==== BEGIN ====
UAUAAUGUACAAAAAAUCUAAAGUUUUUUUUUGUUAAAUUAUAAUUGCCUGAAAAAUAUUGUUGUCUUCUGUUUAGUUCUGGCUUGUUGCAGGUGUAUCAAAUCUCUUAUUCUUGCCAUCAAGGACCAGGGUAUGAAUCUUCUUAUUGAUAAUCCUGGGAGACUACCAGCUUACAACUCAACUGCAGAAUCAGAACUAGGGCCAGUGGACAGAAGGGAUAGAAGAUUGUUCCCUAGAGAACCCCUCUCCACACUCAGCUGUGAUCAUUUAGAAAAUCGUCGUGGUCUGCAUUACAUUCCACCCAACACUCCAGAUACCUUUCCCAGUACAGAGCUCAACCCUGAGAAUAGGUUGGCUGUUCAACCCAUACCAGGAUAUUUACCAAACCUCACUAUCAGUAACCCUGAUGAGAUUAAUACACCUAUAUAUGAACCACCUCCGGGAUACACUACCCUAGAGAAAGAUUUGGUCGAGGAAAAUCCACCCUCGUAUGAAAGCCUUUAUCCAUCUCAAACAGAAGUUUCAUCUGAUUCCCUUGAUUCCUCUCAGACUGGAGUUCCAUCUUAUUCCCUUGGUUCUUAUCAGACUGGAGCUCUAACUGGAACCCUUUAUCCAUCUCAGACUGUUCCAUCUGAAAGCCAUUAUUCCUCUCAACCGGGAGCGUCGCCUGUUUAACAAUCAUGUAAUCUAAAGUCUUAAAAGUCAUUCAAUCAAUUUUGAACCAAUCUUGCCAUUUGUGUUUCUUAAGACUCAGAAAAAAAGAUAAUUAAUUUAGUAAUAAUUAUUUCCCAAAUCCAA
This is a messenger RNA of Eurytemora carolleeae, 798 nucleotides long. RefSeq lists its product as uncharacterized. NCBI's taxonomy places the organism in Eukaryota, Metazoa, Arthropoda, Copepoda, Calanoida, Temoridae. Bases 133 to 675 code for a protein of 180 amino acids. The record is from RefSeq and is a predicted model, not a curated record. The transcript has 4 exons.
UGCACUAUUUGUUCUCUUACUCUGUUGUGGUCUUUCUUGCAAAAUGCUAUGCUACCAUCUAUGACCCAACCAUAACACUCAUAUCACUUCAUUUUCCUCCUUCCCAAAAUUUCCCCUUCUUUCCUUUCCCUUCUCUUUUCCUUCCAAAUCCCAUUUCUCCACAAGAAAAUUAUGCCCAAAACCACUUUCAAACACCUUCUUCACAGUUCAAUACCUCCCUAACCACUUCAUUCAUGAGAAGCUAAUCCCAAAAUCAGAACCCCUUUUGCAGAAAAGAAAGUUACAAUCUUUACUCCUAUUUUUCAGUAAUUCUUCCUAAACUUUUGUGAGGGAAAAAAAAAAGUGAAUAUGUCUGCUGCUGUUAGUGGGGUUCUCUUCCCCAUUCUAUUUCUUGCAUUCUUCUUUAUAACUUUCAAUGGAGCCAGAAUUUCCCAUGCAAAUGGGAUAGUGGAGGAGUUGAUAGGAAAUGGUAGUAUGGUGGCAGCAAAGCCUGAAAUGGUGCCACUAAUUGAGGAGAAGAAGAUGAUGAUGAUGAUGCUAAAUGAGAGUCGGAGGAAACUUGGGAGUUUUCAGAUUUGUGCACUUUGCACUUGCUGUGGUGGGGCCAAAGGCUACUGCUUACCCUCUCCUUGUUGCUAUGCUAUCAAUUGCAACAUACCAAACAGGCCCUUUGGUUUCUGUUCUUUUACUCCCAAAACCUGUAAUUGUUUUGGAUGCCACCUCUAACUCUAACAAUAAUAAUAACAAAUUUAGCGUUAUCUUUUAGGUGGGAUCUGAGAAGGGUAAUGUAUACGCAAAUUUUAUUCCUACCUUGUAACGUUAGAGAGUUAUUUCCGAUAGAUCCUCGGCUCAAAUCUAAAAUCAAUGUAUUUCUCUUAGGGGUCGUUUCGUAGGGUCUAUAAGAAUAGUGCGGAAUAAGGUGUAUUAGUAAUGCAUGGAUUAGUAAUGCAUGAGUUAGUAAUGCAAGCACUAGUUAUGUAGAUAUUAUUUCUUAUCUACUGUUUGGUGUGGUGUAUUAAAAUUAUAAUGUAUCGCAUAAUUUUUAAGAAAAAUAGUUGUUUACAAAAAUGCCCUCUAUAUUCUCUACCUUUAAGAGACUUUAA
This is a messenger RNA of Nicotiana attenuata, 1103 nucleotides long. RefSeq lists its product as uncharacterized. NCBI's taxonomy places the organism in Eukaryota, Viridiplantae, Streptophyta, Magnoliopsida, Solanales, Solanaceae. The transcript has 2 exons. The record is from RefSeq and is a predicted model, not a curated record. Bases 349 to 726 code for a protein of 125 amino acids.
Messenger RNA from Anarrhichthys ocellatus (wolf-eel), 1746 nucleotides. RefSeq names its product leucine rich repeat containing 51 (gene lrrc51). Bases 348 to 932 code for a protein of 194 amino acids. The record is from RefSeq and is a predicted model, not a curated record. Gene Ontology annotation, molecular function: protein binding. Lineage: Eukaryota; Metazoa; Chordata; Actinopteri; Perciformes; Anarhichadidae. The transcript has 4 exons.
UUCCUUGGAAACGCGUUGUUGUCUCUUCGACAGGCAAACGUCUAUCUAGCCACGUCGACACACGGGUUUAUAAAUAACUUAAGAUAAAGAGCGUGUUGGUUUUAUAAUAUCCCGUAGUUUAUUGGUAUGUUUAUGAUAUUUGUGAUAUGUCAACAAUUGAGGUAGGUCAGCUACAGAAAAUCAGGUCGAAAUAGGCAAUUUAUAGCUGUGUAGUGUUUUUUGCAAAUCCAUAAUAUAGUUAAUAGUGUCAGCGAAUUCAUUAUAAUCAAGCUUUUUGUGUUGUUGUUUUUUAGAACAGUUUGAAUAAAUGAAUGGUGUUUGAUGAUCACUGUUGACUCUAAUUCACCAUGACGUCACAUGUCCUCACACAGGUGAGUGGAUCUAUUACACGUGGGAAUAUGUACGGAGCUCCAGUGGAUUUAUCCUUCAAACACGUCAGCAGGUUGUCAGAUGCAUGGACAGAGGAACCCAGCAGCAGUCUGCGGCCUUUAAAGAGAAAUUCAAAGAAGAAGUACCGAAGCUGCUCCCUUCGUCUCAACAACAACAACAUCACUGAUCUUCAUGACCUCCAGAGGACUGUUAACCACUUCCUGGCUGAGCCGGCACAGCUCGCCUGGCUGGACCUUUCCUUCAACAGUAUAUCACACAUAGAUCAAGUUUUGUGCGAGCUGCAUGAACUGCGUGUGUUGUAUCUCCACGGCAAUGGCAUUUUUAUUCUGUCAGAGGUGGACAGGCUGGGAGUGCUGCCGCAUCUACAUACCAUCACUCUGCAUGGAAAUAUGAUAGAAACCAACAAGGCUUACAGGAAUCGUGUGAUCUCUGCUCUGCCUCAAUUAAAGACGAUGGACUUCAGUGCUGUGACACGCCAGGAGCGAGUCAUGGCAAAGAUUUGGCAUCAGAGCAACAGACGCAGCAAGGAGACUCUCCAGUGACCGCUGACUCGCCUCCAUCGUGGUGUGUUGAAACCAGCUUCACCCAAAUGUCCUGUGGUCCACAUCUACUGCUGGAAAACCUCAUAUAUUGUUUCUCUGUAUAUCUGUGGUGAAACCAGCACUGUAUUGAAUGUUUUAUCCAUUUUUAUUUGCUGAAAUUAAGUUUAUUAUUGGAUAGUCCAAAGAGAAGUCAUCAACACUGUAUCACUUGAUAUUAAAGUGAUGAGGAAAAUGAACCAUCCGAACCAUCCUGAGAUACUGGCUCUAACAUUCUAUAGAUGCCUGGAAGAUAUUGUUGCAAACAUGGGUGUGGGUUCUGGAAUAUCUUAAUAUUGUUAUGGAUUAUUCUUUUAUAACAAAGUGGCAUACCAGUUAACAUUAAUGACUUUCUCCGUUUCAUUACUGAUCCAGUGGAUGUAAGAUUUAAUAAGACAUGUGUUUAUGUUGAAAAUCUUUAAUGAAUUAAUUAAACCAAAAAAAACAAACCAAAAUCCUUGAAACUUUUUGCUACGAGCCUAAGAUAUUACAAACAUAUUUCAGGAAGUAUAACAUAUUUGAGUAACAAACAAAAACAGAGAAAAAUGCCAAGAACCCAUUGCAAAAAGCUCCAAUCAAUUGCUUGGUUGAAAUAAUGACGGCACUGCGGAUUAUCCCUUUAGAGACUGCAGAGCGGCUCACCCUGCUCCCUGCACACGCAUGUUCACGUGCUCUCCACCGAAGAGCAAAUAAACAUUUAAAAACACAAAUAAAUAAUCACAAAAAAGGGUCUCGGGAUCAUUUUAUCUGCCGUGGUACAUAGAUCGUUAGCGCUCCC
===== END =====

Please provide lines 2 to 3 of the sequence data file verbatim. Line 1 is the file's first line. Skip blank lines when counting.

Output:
This is a messenger RNA of Eurytemora carolleeae, 798 nucleotides long. RefSeq lists its product as uncharacterized. NCBI's taxonomy places the organism in Eukaryota, Metazoa, Arthropoda, Copepoda, Calanoida, Temoridae. Bases 133 to 675 code for a protein of 180 amino acids. The record is from RefSeq and is a predicted model, not a curated record. The transcript has 4 exons.
UGCACUAUUUGUUCUCUUACUCUGUUGUGGUCUUUCUUGCAAAAUGCUAUGCUACCAUCUAUGACCCAACCAUAACACUCAUAUCACUUCAUUUUCCUCCUUCCCAAAAUUUCCCCUUCUUUCCUUUCCCUUCUCUUUUCCUUCCAAAUCCCAUUUCUCCACAAGAAAAUUAUGCCCAAAACCACUUUCAAACACCUUCUUCACAGUUCAAUACCUCCCUAACCACUUCAUUCAUGAGAAGCUAAUCCCAAAAUCAGAACCCCUUUUGCAGAAAAGAAAGUUACAAUCUUUACUCCUAUUUUUCAGUAAUUCUUCCUAAACUUUUGUGAGGGAAAAAAAAAAGUGAAUAUGUCUGCUGCUGUUAGUGGGGUUCUCUUCCCCAUUCUAUUUCUUGCAUUCUUCUUUAUAACUUUCAAUGGAGCCAGAAUUUCCCAUGCAAAUGGGAUAGUGGAGGAGUUGAUAGGAAAUGGUAGUAUGGUGGCAGCAAAGCCUGAAAUGGUGCCACUAAUUGAGGAGAAGAAGAUGAUGAUGAUGAUGCUAAAUGAGAGUCGGAGGAAACUUGGGAGUUUUCAGAUUUGUGCACUUUGCACUUGCUGUGGUGGGGCCAAAGGCUACUGCUUACCCUCUCCUUGUUGCUAUGCUAUCAAUUGCAACAUACCAAACAGGCCCUUUGGUUUCUGUUCUUUUACUCCCAAAACCUGUAAUUGUUUUGGAUGCCACCUCUAACUCUAACAAUAAUAAUAACAAAUUUAGCGUUAUCUUUUAGGUGGGAUCUGAGAAGGGUAAUGUAUACGCAAAUUUUAUUCCUACCUUGUAACGUUAGAGAGUUAUUUCCGAUAGAUCCUCGGCUCAAAUCUAAAAUCAAUGUAUUUCUCUUAGGGGUCGUUUCGUAGGGUCUAUAAGAAUAGUGCGGAAUAAGGUGUAUUAGUAAUGCAUGGAUUAGUAAUGCAUGAGUUAGUAAUGCAAGCACUAGUUAUGUAGAUAUUAUUUCUUAUCUACUGUUUGGUGUGGUGUAUUAAAAUUAUAAUGUAUCGCAUAAUUUUUAAGAAAAAUAGUUGUUUACAAAAAUGCCCUCUAUAUUCUCUACCUUUAAGAGACUUUAA